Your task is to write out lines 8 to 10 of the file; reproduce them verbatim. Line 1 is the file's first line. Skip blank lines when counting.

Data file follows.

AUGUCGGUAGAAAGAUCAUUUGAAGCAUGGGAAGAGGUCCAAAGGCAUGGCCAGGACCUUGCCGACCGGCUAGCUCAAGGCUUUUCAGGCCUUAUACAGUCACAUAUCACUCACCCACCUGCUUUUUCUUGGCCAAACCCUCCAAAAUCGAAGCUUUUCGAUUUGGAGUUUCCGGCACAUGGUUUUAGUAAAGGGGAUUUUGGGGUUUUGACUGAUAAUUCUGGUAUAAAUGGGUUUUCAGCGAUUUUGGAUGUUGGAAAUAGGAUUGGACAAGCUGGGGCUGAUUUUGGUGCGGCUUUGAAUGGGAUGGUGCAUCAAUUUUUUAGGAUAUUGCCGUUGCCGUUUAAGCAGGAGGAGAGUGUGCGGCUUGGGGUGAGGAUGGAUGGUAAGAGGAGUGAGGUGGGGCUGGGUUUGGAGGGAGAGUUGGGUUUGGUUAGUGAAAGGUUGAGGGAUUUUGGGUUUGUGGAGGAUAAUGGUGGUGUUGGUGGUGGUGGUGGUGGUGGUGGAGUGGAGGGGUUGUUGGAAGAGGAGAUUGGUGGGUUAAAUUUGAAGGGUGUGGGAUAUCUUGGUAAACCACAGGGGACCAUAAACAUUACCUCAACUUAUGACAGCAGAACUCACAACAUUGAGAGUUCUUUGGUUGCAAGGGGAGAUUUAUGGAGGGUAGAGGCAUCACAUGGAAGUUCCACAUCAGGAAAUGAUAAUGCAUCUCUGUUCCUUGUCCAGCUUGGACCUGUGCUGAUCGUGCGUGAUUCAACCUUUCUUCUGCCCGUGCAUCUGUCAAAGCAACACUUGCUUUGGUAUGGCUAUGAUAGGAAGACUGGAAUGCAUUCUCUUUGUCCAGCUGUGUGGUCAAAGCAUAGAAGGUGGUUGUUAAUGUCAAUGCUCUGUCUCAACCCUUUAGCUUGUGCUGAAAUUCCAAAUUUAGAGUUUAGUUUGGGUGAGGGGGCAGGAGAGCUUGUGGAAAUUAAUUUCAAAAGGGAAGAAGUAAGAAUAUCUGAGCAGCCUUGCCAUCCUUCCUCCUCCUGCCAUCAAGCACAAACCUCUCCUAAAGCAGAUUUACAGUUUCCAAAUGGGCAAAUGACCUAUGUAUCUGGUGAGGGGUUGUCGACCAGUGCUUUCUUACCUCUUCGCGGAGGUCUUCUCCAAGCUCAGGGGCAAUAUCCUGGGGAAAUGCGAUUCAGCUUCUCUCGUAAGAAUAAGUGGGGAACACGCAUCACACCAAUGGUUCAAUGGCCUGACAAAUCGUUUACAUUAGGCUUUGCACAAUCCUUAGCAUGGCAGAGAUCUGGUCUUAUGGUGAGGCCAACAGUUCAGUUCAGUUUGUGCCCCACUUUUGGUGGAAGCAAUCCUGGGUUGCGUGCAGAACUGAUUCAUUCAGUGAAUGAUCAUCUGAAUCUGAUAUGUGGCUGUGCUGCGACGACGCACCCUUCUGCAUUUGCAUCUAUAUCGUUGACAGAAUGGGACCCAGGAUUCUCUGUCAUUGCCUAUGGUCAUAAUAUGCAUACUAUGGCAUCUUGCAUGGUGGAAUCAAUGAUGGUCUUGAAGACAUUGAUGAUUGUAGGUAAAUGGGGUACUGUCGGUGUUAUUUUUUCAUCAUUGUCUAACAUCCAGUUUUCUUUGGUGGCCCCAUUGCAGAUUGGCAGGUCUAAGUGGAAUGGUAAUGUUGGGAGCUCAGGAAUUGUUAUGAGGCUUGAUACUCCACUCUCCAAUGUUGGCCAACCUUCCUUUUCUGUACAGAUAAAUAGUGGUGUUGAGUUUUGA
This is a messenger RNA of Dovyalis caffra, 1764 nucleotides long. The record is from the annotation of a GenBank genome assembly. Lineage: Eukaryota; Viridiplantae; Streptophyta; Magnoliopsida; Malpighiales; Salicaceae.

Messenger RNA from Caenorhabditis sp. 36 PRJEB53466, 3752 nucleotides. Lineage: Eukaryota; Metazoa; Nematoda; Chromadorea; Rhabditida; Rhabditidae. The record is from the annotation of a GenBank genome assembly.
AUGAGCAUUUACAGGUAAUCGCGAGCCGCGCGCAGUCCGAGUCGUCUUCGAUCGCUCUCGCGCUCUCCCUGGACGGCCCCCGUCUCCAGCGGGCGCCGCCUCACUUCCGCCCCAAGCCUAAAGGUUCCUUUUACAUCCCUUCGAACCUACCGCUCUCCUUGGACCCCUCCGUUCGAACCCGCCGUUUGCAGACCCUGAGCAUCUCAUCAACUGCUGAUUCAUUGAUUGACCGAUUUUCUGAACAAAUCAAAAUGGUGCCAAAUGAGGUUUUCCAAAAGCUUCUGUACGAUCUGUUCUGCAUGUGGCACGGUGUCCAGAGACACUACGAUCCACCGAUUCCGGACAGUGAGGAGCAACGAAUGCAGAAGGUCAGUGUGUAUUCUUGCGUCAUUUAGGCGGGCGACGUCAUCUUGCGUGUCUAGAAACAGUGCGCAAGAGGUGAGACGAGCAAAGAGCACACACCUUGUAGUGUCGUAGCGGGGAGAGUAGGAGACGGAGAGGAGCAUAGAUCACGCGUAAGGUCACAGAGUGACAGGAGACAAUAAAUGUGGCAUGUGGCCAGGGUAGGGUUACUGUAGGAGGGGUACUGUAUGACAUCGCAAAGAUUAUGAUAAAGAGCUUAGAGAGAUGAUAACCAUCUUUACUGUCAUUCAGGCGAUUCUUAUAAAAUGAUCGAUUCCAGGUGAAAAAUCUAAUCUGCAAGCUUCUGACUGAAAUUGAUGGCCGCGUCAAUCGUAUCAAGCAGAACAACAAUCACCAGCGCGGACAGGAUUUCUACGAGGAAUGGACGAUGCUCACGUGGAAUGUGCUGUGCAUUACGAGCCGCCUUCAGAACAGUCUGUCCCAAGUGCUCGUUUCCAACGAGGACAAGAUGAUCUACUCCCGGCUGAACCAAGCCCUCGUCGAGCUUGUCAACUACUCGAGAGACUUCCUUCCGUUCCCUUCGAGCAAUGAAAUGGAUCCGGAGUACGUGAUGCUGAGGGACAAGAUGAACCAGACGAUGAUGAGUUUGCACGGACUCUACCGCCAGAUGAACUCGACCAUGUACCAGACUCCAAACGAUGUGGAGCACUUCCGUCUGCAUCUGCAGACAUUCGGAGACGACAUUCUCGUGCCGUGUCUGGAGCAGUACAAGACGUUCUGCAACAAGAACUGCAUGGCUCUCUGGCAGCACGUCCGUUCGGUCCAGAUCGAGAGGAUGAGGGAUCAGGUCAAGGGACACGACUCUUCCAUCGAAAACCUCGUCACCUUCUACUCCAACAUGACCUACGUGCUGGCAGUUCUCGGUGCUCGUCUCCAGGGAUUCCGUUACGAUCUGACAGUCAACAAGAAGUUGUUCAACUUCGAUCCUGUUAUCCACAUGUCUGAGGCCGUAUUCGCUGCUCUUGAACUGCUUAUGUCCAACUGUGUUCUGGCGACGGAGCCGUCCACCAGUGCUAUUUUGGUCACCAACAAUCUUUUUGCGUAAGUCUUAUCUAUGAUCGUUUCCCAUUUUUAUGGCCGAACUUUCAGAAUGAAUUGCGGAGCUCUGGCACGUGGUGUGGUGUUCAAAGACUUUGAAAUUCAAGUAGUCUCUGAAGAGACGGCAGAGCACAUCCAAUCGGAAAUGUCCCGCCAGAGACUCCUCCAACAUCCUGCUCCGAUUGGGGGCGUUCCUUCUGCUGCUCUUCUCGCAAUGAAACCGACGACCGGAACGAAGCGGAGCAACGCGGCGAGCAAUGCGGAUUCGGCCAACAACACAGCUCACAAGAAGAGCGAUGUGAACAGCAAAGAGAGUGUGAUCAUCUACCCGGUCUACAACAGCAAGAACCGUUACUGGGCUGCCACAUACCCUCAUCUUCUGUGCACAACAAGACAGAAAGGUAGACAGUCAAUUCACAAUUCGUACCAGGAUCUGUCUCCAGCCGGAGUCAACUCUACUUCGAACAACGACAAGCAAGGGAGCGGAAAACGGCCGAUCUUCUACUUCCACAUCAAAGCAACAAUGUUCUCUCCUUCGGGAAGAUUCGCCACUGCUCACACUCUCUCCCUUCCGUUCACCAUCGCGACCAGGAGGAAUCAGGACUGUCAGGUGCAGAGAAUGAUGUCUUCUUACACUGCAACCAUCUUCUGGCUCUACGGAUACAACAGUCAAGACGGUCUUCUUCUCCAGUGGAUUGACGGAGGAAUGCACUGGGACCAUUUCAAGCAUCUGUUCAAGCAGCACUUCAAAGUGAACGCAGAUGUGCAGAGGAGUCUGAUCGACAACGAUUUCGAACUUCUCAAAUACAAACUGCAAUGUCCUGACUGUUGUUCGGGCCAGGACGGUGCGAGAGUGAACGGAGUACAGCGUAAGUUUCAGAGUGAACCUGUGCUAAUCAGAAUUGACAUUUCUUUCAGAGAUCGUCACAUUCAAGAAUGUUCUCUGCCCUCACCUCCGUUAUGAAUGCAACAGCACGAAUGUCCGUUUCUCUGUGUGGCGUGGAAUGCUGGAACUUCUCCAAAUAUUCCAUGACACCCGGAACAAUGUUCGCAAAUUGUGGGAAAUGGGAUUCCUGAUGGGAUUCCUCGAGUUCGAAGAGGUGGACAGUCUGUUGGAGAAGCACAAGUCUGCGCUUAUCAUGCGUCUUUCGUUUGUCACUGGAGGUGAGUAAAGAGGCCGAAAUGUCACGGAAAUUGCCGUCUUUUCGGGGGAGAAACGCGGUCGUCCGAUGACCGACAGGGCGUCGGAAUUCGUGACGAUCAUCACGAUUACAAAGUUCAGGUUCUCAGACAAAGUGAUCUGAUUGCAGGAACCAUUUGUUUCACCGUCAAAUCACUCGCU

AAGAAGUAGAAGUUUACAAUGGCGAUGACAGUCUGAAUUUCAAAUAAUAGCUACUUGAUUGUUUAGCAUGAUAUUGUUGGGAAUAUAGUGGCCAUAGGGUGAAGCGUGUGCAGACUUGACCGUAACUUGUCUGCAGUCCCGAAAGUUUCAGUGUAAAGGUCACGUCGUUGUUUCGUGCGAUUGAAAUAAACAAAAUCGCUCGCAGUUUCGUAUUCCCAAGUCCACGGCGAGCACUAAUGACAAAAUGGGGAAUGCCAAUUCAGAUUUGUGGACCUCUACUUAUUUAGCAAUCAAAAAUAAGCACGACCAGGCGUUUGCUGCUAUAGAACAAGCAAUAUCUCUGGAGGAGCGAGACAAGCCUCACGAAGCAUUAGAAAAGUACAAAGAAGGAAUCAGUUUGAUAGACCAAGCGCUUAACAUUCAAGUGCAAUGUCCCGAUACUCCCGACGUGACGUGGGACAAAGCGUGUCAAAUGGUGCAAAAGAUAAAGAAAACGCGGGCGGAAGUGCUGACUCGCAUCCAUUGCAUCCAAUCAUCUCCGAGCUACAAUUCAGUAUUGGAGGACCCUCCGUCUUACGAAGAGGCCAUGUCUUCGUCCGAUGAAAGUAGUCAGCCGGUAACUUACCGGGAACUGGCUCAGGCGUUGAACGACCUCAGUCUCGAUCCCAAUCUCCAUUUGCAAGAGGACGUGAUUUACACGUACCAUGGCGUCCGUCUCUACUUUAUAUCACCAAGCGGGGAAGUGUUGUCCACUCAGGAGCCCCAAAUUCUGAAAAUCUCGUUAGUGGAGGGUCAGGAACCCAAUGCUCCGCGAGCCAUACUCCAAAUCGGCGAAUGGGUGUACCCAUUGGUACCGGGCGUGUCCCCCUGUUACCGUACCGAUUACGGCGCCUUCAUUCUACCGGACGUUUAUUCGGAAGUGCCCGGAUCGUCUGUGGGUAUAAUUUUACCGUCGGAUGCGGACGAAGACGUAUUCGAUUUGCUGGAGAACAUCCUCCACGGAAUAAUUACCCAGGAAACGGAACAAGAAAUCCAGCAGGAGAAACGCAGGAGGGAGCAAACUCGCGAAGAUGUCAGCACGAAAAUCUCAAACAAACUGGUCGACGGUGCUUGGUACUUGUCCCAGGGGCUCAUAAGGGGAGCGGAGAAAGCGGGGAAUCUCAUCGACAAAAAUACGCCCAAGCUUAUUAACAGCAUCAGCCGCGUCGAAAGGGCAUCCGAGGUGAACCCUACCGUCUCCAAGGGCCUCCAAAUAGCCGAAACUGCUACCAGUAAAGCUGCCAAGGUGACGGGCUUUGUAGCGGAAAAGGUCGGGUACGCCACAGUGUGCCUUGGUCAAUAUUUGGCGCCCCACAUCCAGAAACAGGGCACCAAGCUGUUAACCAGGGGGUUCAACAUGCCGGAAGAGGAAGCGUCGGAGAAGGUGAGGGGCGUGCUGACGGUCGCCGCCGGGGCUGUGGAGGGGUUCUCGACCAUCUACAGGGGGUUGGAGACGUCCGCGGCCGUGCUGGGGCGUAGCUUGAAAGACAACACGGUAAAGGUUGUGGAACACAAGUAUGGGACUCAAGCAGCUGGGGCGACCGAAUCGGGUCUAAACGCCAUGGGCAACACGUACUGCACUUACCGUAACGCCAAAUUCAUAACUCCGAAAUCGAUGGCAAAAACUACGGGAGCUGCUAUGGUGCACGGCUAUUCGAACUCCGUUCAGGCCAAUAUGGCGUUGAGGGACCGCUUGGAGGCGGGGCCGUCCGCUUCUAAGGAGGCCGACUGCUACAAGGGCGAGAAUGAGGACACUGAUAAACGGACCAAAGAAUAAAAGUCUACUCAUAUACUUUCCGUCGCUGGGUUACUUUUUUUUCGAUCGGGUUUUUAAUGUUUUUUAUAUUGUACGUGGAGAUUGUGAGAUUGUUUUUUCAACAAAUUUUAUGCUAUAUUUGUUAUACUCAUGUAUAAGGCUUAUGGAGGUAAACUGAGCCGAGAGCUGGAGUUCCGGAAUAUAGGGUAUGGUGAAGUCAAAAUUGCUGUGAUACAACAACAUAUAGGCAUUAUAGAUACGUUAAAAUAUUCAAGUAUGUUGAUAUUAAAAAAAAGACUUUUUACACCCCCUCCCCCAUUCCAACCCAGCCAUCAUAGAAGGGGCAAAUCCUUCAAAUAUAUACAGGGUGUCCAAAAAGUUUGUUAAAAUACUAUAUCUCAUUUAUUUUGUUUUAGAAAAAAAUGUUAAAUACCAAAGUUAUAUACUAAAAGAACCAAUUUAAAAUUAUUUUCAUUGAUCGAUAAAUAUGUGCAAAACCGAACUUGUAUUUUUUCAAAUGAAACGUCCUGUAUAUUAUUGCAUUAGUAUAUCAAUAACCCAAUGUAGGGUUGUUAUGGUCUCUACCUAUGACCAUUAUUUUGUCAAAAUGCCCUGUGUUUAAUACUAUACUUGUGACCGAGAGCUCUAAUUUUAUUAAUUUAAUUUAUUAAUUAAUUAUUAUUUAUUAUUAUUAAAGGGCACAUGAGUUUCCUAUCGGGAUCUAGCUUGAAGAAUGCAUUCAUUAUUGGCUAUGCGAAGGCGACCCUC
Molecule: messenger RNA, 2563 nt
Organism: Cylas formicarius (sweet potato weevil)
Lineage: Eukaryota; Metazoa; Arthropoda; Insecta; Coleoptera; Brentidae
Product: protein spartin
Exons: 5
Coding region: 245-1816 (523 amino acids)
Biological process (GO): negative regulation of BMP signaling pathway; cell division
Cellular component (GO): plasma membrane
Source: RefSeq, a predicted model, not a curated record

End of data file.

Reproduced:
Lineage: Eukaryota; Metazoa; Arthropoda; Insecta; Coleoptera; Brentidae
Product: protein spartin
Exons: 5